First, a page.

Most of you hiring idiots need to be on the other end of the table, out of work and looking for a job. Scarier is the fact that most of you morons don't even have a background of what the candidate is applying for, and then judge him/her on whether or not you think they are qualified.

I've already had one employer who treated me with disrespect; lose business because I knew someone who is their large customer. I told this person of the treatment I received and he is doing business with this employer's largest rival.

Something you employers had better understand: Watch the job seekers you crap on today, because it might cost you allot of money tomorrow.

Anonymous said...


Why would this candidate want to go around you and speak to the managing partner and founder? Have you thought that maybe you weren't "LISTENING" to the candidate when you should have been looking at his knowledge, skills and abilities?

I hope you become unemployed soon if you aren't already and experience what job seekers are going through.

Erik said...

Greetings, I know this thread hasn't been touched in awhile, but I just wanted to get some feedback. I have been working in a Service Desk position for 4 years (with another 2 years experience at another location) and just recently, they decided to open up a Service Desk manager position. I met pretty much all of the qualifications, except education - 2yr degree instead of 4yr, but occasionally working on the 4yr when time allows.

After they had reviewed all the resumes, I was not even offered an interview, just a heartfelt, "You are qualified for the position, but I don't think you would get the respect you deserve from your subordinates."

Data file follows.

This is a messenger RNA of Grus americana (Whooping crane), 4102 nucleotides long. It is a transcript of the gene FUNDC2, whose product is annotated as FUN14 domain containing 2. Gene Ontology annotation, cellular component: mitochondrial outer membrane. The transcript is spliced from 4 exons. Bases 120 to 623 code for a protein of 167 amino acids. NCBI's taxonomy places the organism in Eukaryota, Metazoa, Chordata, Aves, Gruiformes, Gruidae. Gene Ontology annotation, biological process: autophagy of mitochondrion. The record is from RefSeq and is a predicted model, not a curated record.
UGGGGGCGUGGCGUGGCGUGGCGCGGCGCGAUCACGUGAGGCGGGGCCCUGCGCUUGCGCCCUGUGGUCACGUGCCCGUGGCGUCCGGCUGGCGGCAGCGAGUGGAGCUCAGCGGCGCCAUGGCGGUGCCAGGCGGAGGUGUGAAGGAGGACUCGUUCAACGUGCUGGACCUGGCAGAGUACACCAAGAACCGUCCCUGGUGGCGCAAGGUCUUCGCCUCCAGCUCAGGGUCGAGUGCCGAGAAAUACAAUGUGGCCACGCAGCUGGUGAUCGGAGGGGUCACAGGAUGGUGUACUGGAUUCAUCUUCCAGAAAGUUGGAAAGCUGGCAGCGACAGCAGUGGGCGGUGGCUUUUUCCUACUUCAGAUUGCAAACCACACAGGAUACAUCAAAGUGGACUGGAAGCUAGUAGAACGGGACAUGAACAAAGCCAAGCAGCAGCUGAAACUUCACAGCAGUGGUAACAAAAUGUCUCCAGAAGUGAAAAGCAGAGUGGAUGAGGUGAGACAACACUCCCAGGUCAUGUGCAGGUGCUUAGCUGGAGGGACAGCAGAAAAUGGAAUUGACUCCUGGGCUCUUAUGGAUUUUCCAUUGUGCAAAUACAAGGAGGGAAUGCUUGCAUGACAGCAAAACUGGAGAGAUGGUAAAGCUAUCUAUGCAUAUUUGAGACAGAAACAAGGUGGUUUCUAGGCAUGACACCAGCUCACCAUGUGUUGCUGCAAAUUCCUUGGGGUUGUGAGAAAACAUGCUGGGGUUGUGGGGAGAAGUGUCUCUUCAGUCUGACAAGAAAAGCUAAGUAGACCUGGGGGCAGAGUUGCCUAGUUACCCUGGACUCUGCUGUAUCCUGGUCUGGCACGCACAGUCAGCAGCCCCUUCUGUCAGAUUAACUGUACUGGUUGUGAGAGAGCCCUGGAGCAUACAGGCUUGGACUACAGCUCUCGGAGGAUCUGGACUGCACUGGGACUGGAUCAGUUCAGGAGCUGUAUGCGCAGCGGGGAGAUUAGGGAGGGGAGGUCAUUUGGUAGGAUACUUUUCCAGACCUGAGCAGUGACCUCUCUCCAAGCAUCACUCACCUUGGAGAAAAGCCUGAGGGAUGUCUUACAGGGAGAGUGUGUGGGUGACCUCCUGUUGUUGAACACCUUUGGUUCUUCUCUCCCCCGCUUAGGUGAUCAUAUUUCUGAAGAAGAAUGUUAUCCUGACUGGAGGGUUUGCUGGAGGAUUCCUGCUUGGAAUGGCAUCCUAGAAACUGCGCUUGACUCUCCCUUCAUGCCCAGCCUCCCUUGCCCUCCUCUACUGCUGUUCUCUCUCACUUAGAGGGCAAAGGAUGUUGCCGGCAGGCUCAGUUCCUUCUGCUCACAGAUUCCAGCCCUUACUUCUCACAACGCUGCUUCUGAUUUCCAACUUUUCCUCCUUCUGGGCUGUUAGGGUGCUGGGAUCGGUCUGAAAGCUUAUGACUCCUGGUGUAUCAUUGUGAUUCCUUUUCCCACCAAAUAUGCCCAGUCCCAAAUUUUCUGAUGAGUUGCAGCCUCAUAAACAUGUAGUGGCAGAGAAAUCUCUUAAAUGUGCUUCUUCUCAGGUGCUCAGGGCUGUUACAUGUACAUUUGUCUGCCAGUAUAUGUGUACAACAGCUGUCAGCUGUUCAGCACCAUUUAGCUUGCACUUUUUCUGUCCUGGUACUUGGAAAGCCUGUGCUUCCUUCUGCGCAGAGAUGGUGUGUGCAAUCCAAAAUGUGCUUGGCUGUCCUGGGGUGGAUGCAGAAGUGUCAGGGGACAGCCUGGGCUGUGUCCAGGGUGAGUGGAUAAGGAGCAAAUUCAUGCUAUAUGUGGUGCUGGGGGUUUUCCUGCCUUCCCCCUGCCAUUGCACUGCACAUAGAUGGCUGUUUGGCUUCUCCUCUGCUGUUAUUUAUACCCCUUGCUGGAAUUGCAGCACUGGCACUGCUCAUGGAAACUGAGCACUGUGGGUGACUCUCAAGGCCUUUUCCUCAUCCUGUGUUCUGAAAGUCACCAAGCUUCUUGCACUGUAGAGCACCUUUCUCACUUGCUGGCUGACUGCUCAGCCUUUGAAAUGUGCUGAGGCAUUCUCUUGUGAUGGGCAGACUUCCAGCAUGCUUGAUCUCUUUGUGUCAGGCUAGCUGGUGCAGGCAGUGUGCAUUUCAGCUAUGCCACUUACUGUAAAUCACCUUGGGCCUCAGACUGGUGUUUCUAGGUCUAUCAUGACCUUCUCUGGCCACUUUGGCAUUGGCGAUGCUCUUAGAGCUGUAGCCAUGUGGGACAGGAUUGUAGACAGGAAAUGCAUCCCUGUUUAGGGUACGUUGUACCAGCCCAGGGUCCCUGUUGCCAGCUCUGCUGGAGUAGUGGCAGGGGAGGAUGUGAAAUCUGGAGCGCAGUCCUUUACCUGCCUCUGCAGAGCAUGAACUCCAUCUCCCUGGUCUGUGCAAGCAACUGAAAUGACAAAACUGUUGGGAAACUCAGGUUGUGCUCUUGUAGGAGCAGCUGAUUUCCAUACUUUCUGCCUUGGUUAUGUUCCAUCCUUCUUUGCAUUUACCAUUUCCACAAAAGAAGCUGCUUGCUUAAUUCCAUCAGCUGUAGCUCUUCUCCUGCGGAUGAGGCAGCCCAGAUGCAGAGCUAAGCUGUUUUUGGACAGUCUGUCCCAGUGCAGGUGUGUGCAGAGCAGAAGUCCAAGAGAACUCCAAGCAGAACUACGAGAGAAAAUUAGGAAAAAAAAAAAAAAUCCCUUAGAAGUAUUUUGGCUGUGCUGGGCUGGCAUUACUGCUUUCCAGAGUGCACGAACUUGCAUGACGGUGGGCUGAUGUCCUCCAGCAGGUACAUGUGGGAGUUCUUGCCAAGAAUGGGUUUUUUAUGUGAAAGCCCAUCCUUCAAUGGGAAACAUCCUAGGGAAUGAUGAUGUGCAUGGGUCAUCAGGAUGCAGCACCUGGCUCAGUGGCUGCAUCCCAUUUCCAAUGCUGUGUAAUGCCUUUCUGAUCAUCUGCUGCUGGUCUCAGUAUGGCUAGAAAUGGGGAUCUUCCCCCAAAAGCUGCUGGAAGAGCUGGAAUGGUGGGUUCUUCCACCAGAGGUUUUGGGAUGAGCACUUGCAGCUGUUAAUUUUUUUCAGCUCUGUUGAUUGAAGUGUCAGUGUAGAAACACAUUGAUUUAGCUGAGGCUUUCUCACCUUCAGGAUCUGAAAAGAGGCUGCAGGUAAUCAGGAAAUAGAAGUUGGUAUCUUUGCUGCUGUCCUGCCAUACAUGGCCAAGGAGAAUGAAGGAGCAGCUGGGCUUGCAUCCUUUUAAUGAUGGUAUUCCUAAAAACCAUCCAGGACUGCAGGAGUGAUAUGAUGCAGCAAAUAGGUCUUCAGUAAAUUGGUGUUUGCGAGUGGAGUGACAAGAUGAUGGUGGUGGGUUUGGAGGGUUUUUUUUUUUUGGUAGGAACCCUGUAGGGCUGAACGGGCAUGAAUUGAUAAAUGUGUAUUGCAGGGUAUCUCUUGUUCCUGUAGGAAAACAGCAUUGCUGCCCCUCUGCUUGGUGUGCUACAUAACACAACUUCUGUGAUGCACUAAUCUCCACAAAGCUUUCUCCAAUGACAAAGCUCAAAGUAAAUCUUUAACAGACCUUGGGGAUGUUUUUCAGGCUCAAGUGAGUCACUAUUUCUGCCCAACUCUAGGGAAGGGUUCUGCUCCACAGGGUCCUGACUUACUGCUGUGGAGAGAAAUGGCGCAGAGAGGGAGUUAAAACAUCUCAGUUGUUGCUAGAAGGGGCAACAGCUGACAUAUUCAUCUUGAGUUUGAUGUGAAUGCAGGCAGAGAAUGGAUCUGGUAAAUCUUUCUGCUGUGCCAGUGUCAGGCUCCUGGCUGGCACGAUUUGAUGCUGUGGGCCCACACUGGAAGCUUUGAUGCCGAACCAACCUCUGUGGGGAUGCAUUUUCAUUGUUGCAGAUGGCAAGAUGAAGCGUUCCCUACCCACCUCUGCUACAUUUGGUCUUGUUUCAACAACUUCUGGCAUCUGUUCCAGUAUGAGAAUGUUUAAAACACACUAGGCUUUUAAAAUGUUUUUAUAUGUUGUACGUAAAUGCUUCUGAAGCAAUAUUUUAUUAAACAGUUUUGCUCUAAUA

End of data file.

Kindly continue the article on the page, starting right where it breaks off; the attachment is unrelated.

I think this is a crappy way to treat someone who has provided 4+ years of service and instead will hire outside of the company, however, before I jump to conclusions, I wanted to see what you might think about this situation. Should I be contempt with working under someone who doesn't know the inter workings of the company or should I take this as a sign that I should move on? Thanks for your help.

Egregius said...

Erik: just my unprofessional guess, but could it be they were giving an honest and maybe even accurate assessment of the amount of authority you exude?

Giving a company 4 years of service doesn't automatically equate to having the appropiate skills/abilities for the job, even if it *seems* unfair.

Anonymous said...

What should you do in the event that you don't get the job, but they offered a similar position that is freelance instead of being directly hired on. This is the third time with the same company I've encountered this situation.

I first applied for one position, interviewed over the phone and they said someone more qualified had filled it. Then, they called me back, I flew to them, interviewed, went great, even interviewed with the girl who had filled the 1st position I applied for, and then was once again rejected via voicemail. But during the voicemail the HR Manager had mentioned a temporary freelance position that I would be a good fit for, and would allow me to get my foot in the door.

I'm going to take the freelance offer, but I want to know what an appropriate way to ask why I wasn't the candidate for the 2nd position. feedback???